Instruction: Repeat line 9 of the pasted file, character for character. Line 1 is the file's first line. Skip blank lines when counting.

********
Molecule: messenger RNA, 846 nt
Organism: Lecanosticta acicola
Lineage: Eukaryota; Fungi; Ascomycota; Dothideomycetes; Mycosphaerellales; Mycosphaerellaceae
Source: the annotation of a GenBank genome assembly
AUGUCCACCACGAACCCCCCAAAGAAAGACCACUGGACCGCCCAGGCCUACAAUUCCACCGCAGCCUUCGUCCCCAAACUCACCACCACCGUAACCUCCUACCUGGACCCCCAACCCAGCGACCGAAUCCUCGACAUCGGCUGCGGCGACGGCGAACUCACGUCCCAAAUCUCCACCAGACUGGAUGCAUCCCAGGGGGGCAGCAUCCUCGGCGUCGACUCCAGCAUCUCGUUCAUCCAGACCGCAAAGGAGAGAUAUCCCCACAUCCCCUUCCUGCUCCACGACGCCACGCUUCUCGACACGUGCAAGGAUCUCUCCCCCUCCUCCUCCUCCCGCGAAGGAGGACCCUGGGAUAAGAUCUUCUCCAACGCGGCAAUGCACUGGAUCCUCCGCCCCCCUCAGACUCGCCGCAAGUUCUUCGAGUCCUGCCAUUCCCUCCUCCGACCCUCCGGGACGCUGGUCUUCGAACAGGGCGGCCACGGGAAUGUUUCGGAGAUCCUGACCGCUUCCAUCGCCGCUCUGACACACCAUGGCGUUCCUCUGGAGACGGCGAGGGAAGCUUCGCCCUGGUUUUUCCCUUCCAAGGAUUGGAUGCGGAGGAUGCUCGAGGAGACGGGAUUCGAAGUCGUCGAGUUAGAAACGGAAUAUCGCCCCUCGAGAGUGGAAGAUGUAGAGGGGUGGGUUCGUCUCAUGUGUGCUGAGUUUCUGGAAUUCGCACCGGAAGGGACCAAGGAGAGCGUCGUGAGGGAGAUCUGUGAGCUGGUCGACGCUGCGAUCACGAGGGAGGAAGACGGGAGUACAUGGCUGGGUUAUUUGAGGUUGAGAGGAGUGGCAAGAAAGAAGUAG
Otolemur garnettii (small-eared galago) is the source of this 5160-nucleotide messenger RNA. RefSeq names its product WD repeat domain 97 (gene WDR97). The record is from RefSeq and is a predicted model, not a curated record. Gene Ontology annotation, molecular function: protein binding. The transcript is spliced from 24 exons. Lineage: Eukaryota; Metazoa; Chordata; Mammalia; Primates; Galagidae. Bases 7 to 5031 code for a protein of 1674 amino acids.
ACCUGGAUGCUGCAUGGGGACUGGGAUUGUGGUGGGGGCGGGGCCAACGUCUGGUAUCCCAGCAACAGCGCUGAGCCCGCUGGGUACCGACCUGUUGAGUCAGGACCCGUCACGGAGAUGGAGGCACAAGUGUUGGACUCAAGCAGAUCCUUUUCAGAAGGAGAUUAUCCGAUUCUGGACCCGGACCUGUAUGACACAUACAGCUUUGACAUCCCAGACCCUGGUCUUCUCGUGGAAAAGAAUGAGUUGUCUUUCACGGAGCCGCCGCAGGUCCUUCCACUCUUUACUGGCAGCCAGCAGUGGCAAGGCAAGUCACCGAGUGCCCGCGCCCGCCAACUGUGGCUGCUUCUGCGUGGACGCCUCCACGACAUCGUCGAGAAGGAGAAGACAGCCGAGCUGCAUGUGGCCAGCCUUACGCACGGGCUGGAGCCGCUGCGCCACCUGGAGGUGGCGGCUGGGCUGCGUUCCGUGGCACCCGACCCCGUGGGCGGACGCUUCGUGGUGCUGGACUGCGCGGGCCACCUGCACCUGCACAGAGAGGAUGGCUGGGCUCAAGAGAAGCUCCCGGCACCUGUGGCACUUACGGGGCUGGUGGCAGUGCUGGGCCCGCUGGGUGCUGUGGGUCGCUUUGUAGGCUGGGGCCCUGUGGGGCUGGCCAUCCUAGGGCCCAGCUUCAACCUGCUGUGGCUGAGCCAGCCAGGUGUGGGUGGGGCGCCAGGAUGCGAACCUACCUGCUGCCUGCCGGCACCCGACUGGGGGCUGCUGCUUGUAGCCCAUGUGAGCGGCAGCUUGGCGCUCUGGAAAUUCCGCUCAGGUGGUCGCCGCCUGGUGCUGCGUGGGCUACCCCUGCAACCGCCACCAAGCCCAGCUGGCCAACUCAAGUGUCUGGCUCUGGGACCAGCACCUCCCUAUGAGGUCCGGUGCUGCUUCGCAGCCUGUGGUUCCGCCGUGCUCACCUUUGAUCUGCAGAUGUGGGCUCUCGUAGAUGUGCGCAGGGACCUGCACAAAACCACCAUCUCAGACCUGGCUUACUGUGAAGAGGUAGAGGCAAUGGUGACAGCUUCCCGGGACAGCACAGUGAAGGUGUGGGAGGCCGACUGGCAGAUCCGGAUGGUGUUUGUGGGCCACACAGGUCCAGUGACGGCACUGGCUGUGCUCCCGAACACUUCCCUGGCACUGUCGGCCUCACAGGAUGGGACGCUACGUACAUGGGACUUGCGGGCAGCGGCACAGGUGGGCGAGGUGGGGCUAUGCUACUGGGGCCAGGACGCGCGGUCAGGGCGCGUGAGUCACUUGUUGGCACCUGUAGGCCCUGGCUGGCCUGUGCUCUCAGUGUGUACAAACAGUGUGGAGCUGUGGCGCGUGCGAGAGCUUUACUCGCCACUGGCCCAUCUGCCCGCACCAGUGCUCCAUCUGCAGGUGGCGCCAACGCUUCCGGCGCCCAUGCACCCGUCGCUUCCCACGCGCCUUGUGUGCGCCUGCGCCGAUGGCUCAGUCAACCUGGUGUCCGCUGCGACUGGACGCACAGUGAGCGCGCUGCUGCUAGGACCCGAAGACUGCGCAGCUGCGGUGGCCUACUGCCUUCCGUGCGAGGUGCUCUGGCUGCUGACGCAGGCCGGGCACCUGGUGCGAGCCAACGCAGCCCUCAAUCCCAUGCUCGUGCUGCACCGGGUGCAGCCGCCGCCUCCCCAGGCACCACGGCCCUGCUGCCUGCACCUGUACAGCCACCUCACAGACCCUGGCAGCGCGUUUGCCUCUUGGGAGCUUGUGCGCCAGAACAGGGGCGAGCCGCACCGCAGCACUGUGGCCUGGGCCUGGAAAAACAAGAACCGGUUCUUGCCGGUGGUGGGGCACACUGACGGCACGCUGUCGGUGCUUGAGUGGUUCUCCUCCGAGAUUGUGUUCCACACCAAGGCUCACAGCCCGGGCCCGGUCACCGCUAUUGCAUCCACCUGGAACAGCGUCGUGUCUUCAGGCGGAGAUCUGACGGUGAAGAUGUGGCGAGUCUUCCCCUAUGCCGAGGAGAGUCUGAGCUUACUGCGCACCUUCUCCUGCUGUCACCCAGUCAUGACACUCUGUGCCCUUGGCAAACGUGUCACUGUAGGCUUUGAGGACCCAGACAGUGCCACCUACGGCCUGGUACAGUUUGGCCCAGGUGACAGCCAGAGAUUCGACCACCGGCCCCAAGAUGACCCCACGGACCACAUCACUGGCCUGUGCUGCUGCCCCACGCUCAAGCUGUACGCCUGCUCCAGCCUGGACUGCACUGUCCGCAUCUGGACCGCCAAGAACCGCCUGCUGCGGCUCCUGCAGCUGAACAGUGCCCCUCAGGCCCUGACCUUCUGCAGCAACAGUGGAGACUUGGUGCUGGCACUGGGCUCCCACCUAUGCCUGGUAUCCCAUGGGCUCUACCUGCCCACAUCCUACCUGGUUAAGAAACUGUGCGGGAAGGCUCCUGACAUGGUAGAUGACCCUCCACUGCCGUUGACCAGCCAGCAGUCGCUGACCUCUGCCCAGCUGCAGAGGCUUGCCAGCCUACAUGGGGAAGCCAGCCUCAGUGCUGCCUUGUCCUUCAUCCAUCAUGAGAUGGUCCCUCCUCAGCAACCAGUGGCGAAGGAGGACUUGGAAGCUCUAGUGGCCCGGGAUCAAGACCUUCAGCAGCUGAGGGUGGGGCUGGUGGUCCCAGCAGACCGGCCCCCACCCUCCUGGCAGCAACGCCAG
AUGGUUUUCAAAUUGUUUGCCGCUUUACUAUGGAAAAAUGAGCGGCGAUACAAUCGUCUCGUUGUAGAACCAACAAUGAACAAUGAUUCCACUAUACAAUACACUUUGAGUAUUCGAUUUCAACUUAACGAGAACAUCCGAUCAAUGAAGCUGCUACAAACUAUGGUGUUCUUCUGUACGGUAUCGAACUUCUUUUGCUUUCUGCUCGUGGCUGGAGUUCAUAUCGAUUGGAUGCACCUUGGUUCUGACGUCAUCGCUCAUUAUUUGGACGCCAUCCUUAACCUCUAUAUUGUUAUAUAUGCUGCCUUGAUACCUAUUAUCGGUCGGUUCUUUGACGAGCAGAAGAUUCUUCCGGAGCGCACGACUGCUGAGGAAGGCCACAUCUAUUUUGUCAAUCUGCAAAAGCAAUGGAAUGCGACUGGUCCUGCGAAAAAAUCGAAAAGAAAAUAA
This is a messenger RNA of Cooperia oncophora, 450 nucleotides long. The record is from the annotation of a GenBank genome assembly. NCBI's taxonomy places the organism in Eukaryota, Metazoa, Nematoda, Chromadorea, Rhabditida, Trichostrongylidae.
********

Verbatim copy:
This is a messenger RNA of Cooperia oncophora, 450 nucleotides long. The record is from the annotation of a GenBank genome assembly. NCBI's taxonomy places the organism in Eukaryota, Metazoa, Nematoda, Chromadorea, Rhabditida, Trichostrongylidae.